By Van Smith
Published by City Paper, Nov. 11, 2009
On Aug. 3, Ira Jimmy Martin was arrested for armed drug dealing in Baltimore City. “Lots of cash [was] recovered in this case,” Baltimore City State’s Attorney’s Office spokeswoman Margaret Burns says. But on Sept. 24, court records show, prosecutors dropped all six charges against 33-year-old Martin. The reason, according to Burns: The case rested on the honesty of veteran Baltimore Police Det. Mark James Lunsford.
A U.S. Drug Enforcement Administration (DEA) High-Intensity Drug Trafficking Area task-force officer, Lunsford was revealed in federal court as being accused by the FBI of embezzlement and lying (“Baltimore Cop Charged by Feds with Lying and Embezzlement,” News Hole, Sept. 24 ) on the same day Martin was let off the hook.
Burns explains in an Oct. 7 e-mail that it “turns out that the drugs [in Martin’s case] were handled at all points by Lunsford only, and so we lost this one. There is no way we could get the drugs in [as evidence in court] due to the taint of the officer.”
Lunsford-related cases dropped by city prosecutors since the FBI’s accusations include drug charges against Ivan James, Teon White, and Demetrius Waters. Burns predicts the total tally is likely to be few in number, since much of Lunsford’s work was for federal investigations.
Federal prosecutions impacted by Lunsford’s charges include two cases previously covered by City Paper.
Querida Lewis and Inga Bacote (“Femme Fatale,” Mobtown Beat, Jan. 14) have pleaded guilty to a cross-country marijuana-trafficking conspiracy, but have not yet been sentenced. Their attorneys won court approval to postpone sentencing so they can better determine Lunsford’s role, which ties in through Lunsford’s affidavits in another, related case against Gilbert Watkins. Watkins pleaded guilty early this year to a cocaine conspiracy and received a 135-month prison sentence. Lunsford was “clearly involved” in the Lewis-Bacote case, says Lewis’ lawyer, Catherine Flynn, who says she now will take the “opportunity to re-review the discovery in the case, now that the information about Mark Lunsford has been disclosed.”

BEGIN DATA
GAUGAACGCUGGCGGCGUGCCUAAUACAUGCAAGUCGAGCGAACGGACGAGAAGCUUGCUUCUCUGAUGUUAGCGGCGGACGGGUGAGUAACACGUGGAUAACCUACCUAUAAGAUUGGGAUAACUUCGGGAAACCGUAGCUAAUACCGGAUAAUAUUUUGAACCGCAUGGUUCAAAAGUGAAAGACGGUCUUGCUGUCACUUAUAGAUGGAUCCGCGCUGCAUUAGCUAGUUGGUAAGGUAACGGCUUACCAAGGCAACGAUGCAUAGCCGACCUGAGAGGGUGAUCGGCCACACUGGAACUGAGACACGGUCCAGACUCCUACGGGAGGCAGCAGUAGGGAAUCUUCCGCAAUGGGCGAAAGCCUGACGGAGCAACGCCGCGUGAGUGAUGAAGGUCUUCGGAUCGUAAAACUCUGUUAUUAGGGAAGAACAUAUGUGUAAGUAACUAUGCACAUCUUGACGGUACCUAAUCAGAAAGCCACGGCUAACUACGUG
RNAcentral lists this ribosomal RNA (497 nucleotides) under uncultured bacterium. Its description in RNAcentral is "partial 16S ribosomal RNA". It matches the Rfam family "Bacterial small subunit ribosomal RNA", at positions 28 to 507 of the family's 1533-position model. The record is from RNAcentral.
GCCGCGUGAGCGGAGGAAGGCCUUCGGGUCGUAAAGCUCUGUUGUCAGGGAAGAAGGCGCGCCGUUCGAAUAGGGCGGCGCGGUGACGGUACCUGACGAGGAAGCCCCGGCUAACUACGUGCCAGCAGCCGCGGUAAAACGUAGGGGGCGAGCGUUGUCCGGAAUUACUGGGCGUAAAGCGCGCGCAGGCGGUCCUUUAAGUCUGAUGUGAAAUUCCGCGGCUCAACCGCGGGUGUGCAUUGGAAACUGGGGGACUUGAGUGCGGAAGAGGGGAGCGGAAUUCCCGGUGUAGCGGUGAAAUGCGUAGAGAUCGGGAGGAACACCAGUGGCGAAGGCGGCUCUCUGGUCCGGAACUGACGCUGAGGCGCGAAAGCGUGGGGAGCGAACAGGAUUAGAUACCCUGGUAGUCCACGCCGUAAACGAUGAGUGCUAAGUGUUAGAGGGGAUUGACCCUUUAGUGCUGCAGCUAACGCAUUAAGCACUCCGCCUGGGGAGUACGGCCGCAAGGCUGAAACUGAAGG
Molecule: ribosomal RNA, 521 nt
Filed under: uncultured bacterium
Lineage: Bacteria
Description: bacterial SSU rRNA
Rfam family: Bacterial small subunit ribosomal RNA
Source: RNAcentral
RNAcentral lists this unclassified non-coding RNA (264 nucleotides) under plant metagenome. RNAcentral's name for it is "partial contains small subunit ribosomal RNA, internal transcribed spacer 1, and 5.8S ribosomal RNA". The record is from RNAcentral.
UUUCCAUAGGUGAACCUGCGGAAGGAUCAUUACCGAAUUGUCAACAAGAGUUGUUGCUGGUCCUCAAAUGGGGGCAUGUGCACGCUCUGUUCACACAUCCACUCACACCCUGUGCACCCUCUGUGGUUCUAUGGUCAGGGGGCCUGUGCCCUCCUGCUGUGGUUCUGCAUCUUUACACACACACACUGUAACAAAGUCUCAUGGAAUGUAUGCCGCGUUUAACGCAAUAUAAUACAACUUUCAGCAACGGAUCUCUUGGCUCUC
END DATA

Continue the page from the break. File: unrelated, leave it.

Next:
Firearm-and-narcotics charges against Wade Coats and his co-conspirators (“Armed Drug Dealer for Steele?” Mobtown Beat, June 17), whose alleged dealings occurred, in part, in a Baltimore Marriott Inner Harbor Hotel room, were based upon a statement of charges sworn out by Lunsford. In a motion for disclosure of exculpatory evidence filed in the case by attorney Marc Zayon, who represents co-defendant Jose Cavazos, Lunsford is said to have a stolen a watch from the hotel room. Court records show Assistant U.S. Attorney James Wallner’s response to the motion, due on Nov. 5, has not yet been filed as of press time.
[The Coats/Cavazos trial later became the subject of Corner Cartel, City Paper, Feb. 23, 2011.]